In 4 years, Bump Boxes has grown to $20m in annually recurring revenue, serving hundreds of thousands of customers. 

The company typically attracts mothers early in their pregnancy and keeps them through the baby’s 3rd birthday. That’s 45 months of potential revenue, with an average price of $35/month. 

Deehring credits her company’s success to “always putting mom first.” The company calls every mother who signs up, attempting to build a relationship during an influential time in the mother’s life.

Deehring’s advice to first-time founders? “Don’t be romantic about how you make your money — just pick up the phone and start talking to customers. The goal isn’t to out-innovate your competitors, it’s to out-sell them.” 

  • Founders: Christine and Leland Deehring
  • Employees: 50
  • Years in business: 4
  • Cost to launch: $150k
  • Funding methods: Personal savings and angel funding
  • 1st-year revenue: $24k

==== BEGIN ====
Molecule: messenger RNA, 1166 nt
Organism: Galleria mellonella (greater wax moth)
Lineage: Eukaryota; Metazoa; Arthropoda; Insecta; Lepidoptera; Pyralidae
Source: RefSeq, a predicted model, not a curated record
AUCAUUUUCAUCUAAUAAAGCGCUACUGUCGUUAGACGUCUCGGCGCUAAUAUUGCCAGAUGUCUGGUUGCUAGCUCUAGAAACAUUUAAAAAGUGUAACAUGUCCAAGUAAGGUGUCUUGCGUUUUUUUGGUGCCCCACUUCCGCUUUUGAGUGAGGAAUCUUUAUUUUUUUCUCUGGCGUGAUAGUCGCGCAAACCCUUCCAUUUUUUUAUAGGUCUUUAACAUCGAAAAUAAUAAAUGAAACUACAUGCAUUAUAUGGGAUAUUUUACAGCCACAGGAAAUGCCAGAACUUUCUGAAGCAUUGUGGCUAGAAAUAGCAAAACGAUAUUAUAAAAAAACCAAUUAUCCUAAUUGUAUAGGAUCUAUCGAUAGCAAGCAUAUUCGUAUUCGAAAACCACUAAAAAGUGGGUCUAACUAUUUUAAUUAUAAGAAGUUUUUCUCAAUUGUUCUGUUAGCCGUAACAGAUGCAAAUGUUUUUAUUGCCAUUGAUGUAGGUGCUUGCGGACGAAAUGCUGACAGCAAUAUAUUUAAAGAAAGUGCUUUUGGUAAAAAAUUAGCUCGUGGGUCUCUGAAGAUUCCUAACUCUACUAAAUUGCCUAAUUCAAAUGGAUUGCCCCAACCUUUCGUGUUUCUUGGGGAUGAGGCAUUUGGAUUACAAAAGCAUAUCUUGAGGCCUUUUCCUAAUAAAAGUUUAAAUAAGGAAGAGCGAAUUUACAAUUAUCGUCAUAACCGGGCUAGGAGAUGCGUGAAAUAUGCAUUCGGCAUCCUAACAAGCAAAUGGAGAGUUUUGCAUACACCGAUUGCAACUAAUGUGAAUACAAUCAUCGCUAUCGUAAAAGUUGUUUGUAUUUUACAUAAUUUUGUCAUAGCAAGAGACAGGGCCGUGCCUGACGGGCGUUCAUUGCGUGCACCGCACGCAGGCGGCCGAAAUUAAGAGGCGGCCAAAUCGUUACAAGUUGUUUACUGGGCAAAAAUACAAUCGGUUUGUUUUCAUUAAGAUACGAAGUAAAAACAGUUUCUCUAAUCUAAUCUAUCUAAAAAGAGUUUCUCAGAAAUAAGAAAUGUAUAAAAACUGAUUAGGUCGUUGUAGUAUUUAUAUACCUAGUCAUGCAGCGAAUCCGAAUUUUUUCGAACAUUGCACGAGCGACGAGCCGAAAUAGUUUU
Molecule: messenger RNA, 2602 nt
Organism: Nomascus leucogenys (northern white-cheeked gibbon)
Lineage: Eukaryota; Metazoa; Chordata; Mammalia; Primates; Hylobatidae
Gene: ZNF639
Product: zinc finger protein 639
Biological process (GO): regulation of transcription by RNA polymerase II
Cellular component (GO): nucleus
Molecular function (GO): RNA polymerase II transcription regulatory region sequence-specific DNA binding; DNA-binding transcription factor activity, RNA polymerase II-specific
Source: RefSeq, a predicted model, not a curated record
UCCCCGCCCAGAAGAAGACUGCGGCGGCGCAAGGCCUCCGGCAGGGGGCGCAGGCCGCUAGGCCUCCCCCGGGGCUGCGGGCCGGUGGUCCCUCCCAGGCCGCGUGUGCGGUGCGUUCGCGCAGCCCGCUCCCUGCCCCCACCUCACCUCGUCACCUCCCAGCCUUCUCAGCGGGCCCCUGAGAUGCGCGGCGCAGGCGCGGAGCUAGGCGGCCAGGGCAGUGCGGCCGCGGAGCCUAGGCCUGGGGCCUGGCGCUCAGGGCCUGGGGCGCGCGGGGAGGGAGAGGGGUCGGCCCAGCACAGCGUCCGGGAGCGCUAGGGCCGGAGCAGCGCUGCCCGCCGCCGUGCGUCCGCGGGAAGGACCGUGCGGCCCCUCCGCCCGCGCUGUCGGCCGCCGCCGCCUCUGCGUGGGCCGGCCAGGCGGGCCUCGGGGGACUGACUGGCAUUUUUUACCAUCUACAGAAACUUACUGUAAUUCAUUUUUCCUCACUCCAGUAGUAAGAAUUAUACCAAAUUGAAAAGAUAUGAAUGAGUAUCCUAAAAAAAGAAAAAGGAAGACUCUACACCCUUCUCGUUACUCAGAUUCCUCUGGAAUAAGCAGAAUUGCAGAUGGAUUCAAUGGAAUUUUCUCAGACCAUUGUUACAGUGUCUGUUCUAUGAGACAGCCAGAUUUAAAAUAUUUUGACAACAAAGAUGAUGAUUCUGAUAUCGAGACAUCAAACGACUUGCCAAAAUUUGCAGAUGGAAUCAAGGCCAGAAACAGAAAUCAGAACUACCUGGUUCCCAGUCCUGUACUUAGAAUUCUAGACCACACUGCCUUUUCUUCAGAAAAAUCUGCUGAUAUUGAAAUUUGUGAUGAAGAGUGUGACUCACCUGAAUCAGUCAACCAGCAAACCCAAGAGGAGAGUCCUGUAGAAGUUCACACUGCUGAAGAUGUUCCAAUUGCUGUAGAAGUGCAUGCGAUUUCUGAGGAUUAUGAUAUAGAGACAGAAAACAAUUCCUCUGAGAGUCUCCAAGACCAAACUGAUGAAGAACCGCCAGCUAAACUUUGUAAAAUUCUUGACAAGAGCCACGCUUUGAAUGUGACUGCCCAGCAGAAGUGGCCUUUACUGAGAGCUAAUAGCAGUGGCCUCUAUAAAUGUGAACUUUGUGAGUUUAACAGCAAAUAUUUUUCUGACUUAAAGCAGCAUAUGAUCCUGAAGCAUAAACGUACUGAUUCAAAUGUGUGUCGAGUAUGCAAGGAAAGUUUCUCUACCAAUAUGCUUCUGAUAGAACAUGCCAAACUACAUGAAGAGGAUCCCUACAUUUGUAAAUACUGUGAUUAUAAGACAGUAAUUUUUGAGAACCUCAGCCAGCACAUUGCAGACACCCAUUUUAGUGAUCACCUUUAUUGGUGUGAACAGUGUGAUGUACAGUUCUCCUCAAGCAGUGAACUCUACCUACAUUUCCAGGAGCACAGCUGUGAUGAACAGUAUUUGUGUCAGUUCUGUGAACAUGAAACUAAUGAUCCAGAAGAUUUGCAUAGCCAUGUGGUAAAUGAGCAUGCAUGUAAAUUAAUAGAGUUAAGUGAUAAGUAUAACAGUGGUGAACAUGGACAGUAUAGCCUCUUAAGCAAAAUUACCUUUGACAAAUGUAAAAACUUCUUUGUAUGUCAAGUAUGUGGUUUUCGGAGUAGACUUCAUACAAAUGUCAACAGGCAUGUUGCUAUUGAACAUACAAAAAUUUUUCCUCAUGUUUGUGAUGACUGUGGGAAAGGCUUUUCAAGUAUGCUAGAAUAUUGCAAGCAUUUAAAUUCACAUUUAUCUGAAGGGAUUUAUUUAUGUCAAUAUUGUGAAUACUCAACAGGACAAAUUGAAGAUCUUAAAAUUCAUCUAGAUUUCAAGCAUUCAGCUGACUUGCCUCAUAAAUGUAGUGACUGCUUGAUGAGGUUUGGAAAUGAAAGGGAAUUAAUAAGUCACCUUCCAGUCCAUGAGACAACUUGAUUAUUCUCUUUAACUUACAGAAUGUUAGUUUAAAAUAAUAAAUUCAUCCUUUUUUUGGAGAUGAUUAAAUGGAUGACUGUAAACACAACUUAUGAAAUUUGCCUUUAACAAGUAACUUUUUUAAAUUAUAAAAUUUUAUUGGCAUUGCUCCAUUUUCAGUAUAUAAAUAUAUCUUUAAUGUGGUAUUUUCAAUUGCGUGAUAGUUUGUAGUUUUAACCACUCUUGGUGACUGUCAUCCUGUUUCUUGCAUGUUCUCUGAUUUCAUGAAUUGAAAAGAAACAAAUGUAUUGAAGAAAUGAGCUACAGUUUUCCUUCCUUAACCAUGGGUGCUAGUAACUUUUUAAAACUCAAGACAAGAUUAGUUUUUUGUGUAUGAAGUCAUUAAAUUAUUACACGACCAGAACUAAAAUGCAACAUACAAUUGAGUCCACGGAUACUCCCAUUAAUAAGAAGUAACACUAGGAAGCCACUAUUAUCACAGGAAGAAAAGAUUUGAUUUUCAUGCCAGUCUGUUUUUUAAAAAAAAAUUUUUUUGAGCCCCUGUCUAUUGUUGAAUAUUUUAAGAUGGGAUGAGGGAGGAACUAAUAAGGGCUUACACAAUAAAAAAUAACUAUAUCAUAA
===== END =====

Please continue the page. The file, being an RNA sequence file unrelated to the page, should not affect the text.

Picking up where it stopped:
• Current annual revenue: $20m

Want your story featured? Fill out our Small Business survey. See anonymized financials of 500+ companies by subscribing to Trends.

Victoria’s Secret cancels its fashion show, in bid to remain culturally relevant

The Victoria’s Secret fashion show — known for sparkly lingerie, angel wings, and unrealistic portrayals of the female body — just got the ax. 

This is on the high heels of steadily declining sales from the biz that brought you your first push-up bra. Although Victoria’s Secret is still the biggest lingerie brand in the US with 24% market share, that’s down from about 32% in 2013. With sales off 6% this year, the company recently laid off 15% of its employees.

On a quarterly earnings call last week, CFO Stuart Burgdoerfer suggested the brand may be trying to “evolve” its marketing — maybe in an attempt to resonate with their actual users (ahem… women).

Who’s this fantasy for, anyway?

Former Vickie’s marketing chief, Ed Razek, came under fire last year for telling Vogue he doesn’t think trans people should be in the fashion show “because the show is a fantasy” and that no one has any interest in a TV special for plus sizes. 

Yet lingerie brands that market to all shapes and sizes, like ThirdLove and Rihanna’s Savage X Fenty, are gaining market share. 

VS feels anachronistic in the #MeToo era…

… especially given CEO Les Wexner’s ties to Jeffrey Epstein. Epstein managed Wexner’s money and used his position to pose as a VS talent scout and assault a prospective model. In spite of this, Wexner didn’t cut ties with Epstein until more than a decade after the assault.